14 December 2012

The suspension of time

Get to the point. I tell my students this when I am teaching them to write. First things first, I say. What should come first.

Two stories are interweaving on this Friday the fourteenieth of December. The one that is first, and the one should be and has been and will be the first, is the continued suffering of Mei with this rash, an out-working of a skin infection. She is trying so hard to be well--she has such a persevering spirit. Yoko has been attending to her so carefully and doing everything to keep the itching and pain away. Yoko, mother first and foremost when the children are suffering and mother only, is dutifully up all night, soothing Mei with rags and cool mineral water. The house is permeated with the smells of the balms and ointments. You think, as you do, about Jesus' feet being covered in perfume and washed by the tears of the prostitute. Yes, what a waste: Mei is suffering. I stand in the doorframe watching Yoko care, thinking alternating selfish and magnanimous thoughts. The thoughts of a thirty year-old who is one part 57 year old and one part 15 year old. It's not about me/it's always about me.

The second story is the reason, to some extent, we have all been suffering, the reason we are here in England in the first place. My PhD is ending now. Soon. Very soon. I had a mock viva on Wednesday, which I feared greatly, but got through without much trouble. We spotted a large error, one that I had to go back to the literature to understand what I had done wrong. The error was ultimately not that large and, as you do, I made up a narrative to make sense of it. The narrative is true, in the strictest sense, but as I will tell this story on Monday, I will gut it of the parts that I experienced the most vividly, the deep, deep ignorance that still is present in my work. The PhD doesn't leave you feeling any more competent, just more cautious of everything, of every story a person tells you, every claim to truth, and every experience that you think to be examplar. Now, you immediately think, how can I know if this is right or not.

How can I know if this is right or not. The poet David Baker asks, in a poem comparing his wife's treatment for a chronic illness with her religious upbringing, 'Whom to believe? This is our central task.' The connections to my own life can't be more obvious. Whom to believe: you ask this constantly when holding a sick child. What am I doing, I suddenly think again, standing in another empty room, everything shipped, thrown away, or going with us on the plane. Why. Why, why, why. These 'why' questions are so easily answered, I think: we just don't like the answers. There is a complex set of factors that has led me here and that will define who I am going forward. Perhaps I will be able to identify them. Perhaps not. I am happy to find myself, after four years of epistemological boot camp (which iPad, unironically, wants to be 'book camp') less and less interested in a simple, reduced answer: a theory of everything. We have moved past that. There is no one reason, there is never one reason.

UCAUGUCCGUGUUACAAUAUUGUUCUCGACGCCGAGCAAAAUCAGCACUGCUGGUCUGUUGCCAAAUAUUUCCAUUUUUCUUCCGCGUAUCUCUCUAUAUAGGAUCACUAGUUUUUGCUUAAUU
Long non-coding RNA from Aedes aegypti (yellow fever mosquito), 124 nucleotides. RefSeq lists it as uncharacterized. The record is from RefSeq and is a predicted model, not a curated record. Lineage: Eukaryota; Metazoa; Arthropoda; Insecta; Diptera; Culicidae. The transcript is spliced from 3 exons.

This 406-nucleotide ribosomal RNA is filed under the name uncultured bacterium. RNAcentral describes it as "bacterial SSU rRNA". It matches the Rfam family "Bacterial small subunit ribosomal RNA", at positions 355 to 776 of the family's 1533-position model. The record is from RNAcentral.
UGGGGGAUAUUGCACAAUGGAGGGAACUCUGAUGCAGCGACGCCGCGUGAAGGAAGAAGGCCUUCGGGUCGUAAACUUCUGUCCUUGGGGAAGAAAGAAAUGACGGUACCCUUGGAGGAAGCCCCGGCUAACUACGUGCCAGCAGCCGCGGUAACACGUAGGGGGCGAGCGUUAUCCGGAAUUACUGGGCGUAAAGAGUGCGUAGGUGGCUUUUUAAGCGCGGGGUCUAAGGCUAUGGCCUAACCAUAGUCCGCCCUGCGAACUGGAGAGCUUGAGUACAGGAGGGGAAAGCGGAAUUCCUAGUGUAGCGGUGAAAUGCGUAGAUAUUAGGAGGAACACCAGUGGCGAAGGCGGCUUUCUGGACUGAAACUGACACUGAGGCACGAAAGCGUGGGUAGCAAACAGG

So on Monday, I will put on my sport coat which has a small hole in it that only I can see. I will open up my thesis in front of three experts with my supervisor sitting behind me, both metaphorically and physically. And I will do my best to recount the work that I have done, with the appropriate amount of doubt. The amount of doubt that I actually feel. Not the crippling doubt of packing the house. Not the unfettered confidence of standing in front of undergraduates. The appropriate amount. And on Monday evening, I will be a doctor, subject, I'm sure, to some amendments.